Tuesday, July 17, 2018

Revolutionary Song
by Russell Shorto

The past is not as far away as we think.

Shorto is an interesting historian whose previous books have leaned heavily towards how ideas help shape history.  He is most well known for his history of New Amsterdam and the dawn of freedom of religion in the Flushing Remonstrance, The Island at the Center of the World.  In that volume, Shorto related the political battle between Adriaen van der Donck and Peter Stuyvesant that culminated in the Flushing Remonstrance - the first document to declare freedom of religion a part of the American experience and the first time ordinary citizens challenged government and won.  The book makes an excellent case to think of New York/Amsterdam rather than Puritan Boston as the birthplace of American ideals.

In his new book, Shorto builds a complex transAtlantic view of the American Revolution by weaving together 6 biographies:  George Washington (the only one that needed no introduction for me); George Germain, a British aristocrat and cabinet member responsible for the strategies behind George III's war effort; Abraham Yates, a fiery patriot who becomes one of New York's leading representatives on various rebel committees; Cornplanter, a Seneca Indian who tries to lead his people through the complex political and military thickets thrown up by the war; Venture Smith, an enslaved African who is brought from his native Guinea to New England and works to free himself; and Margaret Moncrieffe, the strong-willed daughter of a British officer who tests the limits of the new ideas about freedom by applying them to her own life.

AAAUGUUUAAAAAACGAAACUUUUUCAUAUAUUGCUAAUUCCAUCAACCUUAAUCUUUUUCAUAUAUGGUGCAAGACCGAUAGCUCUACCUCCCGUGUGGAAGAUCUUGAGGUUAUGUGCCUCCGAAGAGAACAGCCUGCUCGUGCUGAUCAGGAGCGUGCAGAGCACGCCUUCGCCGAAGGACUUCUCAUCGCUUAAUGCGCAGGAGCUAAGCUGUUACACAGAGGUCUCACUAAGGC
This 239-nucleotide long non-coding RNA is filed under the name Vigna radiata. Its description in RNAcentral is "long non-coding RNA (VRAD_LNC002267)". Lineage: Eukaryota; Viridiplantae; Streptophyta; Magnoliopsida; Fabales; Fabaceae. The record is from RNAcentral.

The war itself becomes a complicated battle of ego and idea, with loyalty and self-interest, ideology and adventure all impacting people's lives.  The flatter and more generic ideas of freedom and rebellion that generally inhabit our discussion of this period become lively and vital.  Each character is both sympathetic and hard-headed and the legacy of the revolution is deepened immeasurably.  Shorto does a fine job of enlarging our view of the period to include race and gender issues that rarely get this kind of sustained treatment.  Most importantly, he has not set Venture Smith, Cornplanter or Margaret Moncrieffe apart to create a competing Black or Native American or Woman's History, but showed their stories woven into the fabric of the standard history.   This is an American Revolution for all Americans.

While Shorto has the incredible capacity to gather and synthesize information that one expects of a historian, it is his writing that is the real strength of this.  Each of the biographies becomes a page turner and as I moved from the life of Ms. Moncrieffe back to Washington my excitement to catch up with George was tempered by being a little sorry to leave Margaret for a few pages.

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